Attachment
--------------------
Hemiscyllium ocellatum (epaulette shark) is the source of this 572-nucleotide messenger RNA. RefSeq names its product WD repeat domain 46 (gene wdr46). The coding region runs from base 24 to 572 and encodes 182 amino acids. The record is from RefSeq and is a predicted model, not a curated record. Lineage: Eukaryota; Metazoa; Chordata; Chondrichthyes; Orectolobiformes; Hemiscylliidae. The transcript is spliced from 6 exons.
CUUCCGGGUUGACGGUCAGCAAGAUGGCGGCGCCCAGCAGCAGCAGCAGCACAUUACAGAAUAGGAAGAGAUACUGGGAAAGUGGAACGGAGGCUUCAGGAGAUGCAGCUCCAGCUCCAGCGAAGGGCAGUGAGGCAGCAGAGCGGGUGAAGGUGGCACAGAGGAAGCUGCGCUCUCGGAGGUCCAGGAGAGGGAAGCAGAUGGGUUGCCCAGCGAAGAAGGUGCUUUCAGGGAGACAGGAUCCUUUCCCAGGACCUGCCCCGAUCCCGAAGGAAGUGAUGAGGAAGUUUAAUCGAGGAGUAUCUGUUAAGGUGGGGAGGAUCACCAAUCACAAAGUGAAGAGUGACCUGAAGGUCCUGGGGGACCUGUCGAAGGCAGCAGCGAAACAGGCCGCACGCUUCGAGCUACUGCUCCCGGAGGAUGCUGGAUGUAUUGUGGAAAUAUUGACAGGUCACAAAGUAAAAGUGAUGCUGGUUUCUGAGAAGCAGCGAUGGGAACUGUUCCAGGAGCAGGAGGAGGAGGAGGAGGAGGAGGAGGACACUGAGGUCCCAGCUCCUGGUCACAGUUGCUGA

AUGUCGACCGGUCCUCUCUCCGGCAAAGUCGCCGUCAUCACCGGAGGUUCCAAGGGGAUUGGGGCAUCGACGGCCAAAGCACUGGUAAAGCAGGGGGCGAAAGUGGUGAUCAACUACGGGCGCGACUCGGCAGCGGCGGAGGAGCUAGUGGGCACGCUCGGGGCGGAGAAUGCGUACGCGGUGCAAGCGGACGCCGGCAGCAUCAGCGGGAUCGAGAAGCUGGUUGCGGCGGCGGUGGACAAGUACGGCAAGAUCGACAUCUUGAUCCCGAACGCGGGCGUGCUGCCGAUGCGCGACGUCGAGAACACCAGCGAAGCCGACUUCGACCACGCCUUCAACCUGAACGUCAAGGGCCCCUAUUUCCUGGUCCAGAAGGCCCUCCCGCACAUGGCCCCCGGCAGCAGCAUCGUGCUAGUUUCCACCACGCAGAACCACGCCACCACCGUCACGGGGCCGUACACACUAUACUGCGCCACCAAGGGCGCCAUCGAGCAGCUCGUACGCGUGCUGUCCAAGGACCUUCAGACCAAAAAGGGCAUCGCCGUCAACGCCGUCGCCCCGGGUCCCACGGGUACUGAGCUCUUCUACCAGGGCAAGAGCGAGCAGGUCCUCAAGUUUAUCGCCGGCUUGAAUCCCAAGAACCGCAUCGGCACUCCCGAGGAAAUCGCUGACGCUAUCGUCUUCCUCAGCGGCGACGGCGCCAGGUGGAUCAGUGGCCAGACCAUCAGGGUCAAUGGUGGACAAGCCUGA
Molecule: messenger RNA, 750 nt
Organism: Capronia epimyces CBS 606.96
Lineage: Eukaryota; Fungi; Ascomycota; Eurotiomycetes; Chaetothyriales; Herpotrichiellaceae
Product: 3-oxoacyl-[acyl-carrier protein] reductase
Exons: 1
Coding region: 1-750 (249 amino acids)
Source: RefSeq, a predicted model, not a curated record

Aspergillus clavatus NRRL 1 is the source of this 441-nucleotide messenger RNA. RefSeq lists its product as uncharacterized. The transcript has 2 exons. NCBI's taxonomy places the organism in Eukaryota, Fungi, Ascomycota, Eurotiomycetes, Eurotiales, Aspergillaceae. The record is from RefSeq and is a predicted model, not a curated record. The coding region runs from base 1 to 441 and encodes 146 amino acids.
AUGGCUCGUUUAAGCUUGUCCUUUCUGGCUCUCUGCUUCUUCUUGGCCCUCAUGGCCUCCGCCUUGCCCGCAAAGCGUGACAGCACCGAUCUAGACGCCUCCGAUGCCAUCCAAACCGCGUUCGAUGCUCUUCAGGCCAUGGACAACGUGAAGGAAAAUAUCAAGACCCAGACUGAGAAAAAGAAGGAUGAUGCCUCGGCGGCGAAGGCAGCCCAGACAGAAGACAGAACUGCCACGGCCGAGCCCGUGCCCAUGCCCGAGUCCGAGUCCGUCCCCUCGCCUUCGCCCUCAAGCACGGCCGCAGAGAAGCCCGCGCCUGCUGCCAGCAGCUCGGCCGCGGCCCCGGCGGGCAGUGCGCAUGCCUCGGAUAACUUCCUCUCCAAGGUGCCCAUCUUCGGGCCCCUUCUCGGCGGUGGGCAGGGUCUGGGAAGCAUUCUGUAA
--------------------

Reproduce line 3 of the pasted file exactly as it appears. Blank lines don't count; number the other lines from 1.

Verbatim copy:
AUGUCGACCGGUCCUCUCUCCGGCAAAGUCGCCGUCAUCACCGGAGGUUCCAAGGGGAUUGGGGCAUCGACGGCCAAAGCACUGGUAAAGCAGGGGGCGAAAGUGGUGAUCAACUACGGGCGCGACUCGGCAGCGGCGGAGGAGCUAGUGGGCACGCUCGGGGCGGAGAAUGCGUACGCGGUGCAAGCGGACGCCGGCAGCAUCAGCGGGAUCGAGAAGCUGGUUGCGGCGGCGGUGGACAAGUACGGCAAGAUCGACAUCUUGAUCCCGAACGCGGGCGUGCUGCCGAUGCGCGACGUCGAGAACACCAGCGAAGCCGACUUCGACCACGCCUUCAACCUGAACGUCAAGGGCCCCUAUUUCCUGGUCCAGAAGGCCCUCCCGCACAUGGCCCCCGGCAGCAGCAUCGUGCUAGUUUCCACCACGCAGAACCACGCCACCACCGUCACGGGGCCGUACACACUAUACUGCGCCACCAAGGGCGCCAUCGAGCAGCUCGUACGCGUGCUGUCCAAGGACCUUCAGACCAAAAAGGGCAUCGCCGUCAACGCCGUCGCCCCGGGUCCCACGGGUACUGAGCUCUUCUACCAGGGCAAGAGCGAGCAGGUCCUCAAGUUUAUCGCCGGCUUGAAUCCCAAGAACCGCAUCGGCACUCCCGAGGAAAUCGCUGACGCUAUCGUCUUCCUCAGCGGCGACGGCGCCAGGUGGAUCAGUGGCCAGACCAUCAGGGUCAAUGGUGGACAAGCCUGA